[Patent Document 3] Japanese Published Unexamined Application No. 2006-237674 “Patch Antenna and RFID Inlet”

[Patent Document 4] Japanese Published Unexamined Application No. 2006-311372 “Wireless IC Tag”

SUMMARY OF THE INVENTION

An object of the present invention is to provide a low-cost tag antenna in which a tag attachable to a metal can be downsized while holding a practical communication distance with a reader/writer, and the communication distance can be prevented from being significantly decreased even when a plurality of tags are used in a close range.

The tag antenna according to the present invention is an antenna used for a tag that transmits/receives a radio wave to/from a reader/writer, and composed of a dielectric spacer, and an antenna pattern formed on one of surfaces of the spacer. The antenna pattern is smaller than λ/2 resonant length, which corresponds to an operating frequency, in size, and has a slit pattern sized suitably for the resistance component and the capacitive component of a chip to be mounted.

In the antenna pattern in preferred embodiments according to the present invention, a slit pattern and a cut part are formed, and an antenna emission resistance and an inductance, which correspond to the slit pattern and the cut part, are comprised, the inductance and the capacitive component of the chip satisfy a resonance condition at the operating frequency, and the antenna emission resistance and the resistance component of the chip become identical in magnitude.

The tag according to the present invention is a tag where a chip to be mounted is mounted on the above described antenna pattern.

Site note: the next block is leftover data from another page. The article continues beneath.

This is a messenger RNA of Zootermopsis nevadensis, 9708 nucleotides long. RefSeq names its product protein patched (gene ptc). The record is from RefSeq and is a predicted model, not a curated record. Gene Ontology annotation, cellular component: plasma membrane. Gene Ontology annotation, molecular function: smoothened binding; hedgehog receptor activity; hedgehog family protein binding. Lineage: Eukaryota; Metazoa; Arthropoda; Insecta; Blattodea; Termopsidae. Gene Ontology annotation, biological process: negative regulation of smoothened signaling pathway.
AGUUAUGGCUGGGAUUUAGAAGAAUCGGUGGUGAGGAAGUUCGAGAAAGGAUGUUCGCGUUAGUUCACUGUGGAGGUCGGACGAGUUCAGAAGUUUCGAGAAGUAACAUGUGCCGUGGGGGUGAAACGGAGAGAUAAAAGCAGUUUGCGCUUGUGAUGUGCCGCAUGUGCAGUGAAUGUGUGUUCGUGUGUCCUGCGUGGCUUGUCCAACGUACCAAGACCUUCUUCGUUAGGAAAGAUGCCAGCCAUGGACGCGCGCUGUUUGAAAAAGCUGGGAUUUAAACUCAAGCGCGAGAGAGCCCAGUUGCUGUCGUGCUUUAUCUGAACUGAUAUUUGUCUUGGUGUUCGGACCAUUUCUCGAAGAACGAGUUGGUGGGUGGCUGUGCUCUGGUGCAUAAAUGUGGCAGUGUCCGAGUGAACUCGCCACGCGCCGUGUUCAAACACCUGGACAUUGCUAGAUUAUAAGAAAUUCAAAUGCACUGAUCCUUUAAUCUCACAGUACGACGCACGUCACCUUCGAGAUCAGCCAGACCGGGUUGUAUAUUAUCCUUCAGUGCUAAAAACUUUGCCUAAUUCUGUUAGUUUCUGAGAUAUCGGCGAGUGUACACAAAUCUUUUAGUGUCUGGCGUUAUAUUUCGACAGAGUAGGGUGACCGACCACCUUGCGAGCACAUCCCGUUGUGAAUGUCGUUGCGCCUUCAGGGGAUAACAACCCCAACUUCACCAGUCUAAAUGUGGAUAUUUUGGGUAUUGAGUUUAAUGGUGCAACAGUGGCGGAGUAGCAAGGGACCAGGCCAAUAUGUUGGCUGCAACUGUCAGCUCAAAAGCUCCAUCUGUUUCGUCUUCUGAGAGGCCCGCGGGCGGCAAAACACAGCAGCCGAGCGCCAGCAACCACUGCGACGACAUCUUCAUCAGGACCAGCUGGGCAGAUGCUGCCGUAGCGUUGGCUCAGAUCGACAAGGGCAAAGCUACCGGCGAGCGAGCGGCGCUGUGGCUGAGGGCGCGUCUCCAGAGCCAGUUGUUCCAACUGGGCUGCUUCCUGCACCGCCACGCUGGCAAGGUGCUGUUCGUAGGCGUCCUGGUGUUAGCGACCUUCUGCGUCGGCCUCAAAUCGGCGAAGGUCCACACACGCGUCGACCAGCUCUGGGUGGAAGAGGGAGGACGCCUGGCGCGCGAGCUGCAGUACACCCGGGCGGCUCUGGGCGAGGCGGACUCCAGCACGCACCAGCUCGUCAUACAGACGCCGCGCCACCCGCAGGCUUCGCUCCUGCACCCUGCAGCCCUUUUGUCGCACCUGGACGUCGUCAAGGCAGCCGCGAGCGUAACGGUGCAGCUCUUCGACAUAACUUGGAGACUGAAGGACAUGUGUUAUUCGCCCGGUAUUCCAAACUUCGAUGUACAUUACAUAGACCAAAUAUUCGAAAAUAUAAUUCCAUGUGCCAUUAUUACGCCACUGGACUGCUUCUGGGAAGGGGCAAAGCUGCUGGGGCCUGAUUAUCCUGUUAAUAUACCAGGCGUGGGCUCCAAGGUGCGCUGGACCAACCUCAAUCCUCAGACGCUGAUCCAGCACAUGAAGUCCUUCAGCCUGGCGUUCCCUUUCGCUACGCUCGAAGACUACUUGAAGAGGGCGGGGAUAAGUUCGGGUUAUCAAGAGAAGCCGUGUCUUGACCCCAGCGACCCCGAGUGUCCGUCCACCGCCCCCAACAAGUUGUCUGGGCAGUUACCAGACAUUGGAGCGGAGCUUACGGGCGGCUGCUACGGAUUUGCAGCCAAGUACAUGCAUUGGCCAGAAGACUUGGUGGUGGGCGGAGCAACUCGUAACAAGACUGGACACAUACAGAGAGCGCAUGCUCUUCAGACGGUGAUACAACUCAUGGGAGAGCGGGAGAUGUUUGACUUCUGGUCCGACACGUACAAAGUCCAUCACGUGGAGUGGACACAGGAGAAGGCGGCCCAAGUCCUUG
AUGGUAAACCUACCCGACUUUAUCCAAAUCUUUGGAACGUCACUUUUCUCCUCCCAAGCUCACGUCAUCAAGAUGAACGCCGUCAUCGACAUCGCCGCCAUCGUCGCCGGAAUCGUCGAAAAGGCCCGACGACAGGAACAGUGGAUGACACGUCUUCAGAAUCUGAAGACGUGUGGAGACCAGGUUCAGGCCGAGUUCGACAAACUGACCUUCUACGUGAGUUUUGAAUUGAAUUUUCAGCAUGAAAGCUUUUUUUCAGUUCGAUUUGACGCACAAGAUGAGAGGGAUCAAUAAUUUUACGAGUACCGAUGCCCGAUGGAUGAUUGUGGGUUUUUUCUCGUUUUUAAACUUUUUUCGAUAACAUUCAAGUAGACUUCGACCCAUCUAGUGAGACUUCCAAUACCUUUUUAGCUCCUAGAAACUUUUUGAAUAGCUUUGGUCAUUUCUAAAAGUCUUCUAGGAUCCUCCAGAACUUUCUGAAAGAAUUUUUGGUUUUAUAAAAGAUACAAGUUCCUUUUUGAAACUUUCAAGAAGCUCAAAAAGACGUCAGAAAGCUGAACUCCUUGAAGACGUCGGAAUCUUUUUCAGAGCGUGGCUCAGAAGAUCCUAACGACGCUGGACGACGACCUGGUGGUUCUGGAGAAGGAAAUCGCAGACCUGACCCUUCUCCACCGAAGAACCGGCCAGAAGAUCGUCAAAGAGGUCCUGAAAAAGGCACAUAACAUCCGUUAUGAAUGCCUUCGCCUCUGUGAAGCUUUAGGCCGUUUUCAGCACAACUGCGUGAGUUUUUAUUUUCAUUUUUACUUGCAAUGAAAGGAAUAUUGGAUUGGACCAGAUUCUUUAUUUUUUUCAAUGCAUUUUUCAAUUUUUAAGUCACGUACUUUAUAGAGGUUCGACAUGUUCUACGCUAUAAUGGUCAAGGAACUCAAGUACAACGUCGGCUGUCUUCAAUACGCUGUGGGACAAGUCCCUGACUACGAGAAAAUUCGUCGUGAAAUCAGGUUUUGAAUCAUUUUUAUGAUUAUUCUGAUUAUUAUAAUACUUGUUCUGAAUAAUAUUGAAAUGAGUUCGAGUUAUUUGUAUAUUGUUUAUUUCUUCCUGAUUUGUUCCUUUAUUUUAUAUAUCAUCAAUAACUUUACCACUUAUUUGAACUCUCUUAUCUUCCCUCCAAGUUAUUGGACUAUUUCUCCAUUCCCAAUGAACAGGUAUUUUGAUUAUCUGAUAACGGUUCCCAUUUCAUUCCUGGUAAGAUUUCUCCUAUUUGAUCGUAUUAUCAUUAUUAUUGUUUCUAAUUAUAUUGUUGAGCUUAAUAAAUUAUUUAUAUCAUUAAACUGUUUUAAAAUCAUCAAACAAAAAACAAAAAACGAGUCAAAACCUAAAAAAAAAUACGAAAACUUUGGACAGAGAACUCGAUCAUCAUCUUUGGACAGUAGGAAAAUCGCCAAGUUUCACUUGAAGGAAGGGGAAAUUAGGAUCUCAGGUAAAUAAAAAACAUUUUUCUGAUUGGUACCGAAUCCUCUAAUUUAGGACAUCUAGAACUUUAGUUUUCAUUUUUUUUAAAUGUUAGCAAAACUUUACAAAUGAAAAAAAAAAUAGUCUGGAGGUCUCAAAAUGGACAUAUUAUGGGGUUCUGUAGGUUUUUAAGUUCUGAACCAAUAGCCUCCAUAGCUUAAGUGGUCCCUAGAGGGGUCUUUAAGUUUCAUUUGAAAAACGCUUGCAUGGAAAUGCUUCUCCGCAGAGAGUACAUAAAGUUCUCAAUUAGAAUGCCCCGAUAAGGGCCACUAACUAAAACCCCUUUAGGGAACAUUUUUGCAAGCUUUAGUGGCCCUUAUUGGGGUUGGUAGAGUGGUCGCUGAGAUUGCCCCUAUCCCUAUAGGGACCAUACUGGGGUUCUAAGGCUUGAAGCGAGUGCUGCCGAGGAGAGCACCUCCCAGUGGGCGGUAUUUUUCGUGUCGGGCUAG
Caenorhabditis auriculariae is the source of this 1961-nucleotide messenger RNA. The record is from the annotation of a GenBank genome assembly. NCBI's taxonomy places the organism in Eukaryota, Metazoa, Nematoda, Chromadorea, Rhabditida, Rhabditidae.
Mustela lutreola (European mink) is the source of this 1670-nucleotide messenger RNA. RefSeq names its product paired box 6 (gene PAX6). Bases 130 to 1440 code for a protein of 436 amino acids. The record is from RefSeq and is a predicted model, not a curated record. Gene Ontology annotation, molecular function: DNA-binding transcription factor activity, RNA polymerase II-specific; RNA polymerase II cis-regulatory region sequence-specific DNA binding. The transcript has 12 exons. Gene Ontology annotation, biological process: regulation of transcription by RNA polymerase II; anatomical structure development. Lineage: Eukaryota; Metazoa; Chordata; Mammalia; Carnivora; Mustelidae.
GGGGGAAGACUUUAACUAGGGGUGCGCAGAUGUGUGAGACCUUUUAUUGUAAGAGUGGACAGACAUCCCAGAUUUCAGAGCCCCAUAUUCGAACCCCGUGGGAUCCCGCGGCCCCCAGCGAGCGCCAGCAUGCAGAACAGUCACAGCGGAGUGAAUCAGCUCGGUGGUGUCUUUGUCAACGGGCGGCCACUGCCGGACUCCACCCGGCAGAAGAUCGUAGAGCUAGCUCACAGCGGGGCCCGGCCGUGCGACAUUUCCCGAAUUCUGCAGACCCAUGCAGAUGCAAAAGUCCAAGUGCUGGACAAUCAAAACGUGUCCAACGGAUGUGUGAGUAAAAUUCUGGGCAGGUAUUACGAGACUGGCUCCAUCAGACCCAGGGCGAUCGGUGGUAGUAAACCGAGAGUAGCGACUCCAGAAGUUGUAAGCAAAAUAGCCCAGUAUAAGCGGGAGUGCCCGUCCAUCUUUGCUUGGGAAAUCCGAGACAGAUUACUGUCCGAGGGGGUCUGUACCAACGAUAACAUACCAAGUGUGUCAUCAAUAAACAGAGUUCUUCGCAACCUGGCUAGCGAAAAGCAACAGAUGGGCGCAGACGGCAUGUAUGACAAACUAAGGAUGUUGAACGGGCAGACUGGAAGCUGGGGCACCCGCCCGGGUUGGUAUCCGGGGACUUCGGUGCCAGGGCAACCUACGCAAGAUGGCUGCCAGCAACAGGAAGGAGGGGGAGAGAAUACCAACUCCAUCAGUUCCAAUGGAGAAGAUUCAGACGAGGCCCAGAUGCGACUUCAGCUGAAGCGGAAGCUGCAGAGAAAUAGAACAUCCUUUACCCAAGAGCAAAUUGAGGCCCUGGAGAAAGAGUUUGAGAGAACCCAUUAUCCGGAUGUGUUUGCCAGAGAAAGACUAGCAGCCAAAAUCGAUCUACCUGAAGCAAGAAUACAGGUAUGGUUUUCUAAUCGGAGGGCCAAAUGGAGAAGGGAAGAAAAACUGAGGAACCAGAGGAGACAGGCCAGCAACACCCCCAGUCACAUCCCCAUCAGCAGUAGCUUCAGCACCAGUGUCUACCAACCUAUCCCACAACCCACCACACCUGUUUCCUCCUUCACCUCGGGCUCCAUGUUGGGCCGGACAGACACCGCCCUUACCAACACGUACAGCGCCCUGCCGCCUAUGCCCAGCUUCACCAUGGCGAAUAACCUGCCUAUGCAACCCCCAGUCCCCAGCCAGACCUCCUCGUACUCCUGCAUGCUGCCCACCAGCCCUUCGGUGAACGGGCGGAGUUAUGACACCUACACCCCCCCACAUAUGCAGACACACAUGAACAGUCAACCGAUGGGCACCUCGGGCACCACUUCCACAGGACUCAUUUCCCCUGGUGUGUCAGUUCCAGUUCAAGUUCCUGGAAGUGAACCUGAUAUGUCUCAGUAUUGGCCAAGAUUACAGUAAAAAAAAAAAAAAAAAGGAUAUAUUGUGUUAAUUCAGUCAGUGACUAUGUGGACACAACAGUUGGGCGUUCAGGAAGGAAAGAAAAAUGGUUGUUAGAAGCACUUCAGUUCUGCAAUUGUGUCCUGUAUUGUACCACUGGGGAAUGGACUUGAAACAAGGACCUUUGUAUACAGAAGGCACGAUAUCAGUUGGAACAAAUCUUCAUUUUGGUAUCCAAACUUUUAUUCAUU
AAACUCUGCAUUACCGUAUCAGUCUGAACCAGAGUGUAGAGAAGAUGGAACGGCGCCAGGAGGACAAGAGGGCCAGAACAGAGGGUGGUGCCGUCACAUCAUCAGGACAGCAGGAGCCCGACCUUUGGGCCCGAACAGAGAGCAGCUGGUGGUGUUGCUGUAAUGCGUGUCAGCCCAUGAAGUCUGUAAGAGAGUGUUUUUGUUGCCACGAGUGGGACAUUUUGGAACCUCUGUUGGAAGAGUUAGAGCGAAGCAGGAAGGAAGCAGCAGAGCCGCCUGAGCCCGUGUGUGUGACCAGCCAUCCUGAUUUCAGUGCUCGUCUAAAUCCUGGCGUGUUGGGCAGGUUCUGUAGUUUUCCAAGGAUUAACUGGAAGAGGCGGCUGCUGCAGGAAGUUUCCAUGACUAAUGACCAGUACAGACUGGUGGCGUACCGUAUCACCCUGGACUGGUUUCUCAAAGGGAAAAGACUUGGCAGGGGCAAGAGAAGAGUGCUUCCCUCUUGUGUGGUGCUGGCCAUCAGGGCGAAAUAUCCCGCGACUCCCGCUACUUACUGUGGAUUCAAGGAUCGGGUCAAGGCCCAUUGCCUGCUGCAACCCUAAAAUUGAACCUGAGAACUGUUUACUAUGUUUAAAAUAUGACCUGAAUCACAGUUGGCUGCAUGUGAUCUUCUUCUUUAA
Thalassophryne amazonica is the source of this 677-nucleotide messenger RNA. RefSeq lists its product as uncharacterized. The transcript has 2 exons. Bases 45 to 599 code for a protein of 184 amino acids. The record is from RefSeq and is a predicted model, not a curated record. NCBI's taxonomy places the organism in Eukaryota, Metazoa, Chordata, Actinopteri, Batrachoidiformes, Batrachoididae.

As described above, in the tag according to the present invention, the size of the antenna pattern is smaller than λ/2 resonant length at the operating frequency, and at least a slit pattern for matching the resistance and the capacitive components of the chip to be mounted is comprised.

According to the present invention, the tag can be downsized by making the antenna pattern smaller than λ/2 resonant length, whereby the tag attachable to a metal while holding a communication distance can be provided. A through hole connecting between the antenna pattern and the metal reflection plate is no longer necessary, whereby the cost can be reduced. Additionally, the tag according to the present invention is smaller than λ/2 resonant length in size, and interference does not occur among tag antennas even when the tags are arranged in a close range. As a result, a communication distance can be prevented from being significantly decreased.

BRIEF DESCRIPTION OF THE DRAWINGS

FIG. 1 explains a configuration of a conventional example of a tag antenna;

FIG. 2 explains a communication distance when tag antennas of the conventional example are arranged in a close range;

FIG. 3 shows a basic configuration of a tag antenna according to a first preferred embodiment;

FIG. 4 explains a match between the impedances of the tag antenna and an IC chip;

FIG. 5 explains a current distribution on an antenna patch;

FIG. 6 shows calculation results of an antenna emission resistance shown in FIG. 4;

FIG. 7 shows calculation results of the inductance shown in FIG. 4;

FIG. 8 shows calculation results of a reflection coefficient of the tag antenna to the IC chip;

FIG. 9 shows calculation results of the gain of the tag antenna;

FIG. 10 shows calculation results of the communication distance of the tag antenna;

FIG. 11 shows calculation results of the communication distance when the tags are arranged in a close range;

FIG. 12 explains a state which corresponds to FIG. 11 and in which the tags are arranged in a close range;

FIG. 13 explains the manufacturing step of a tag antenna according to a second preferred embodiment;

FIG. 14 explains the manufacturing step of a tag antenna according to a third preferred embodiment; and

FIG. 15 shows the configuration of the tag antenna as a product according to the third preferred embodiment.

DESCRIPTION OF THE PREFERRED EMBODIMENTS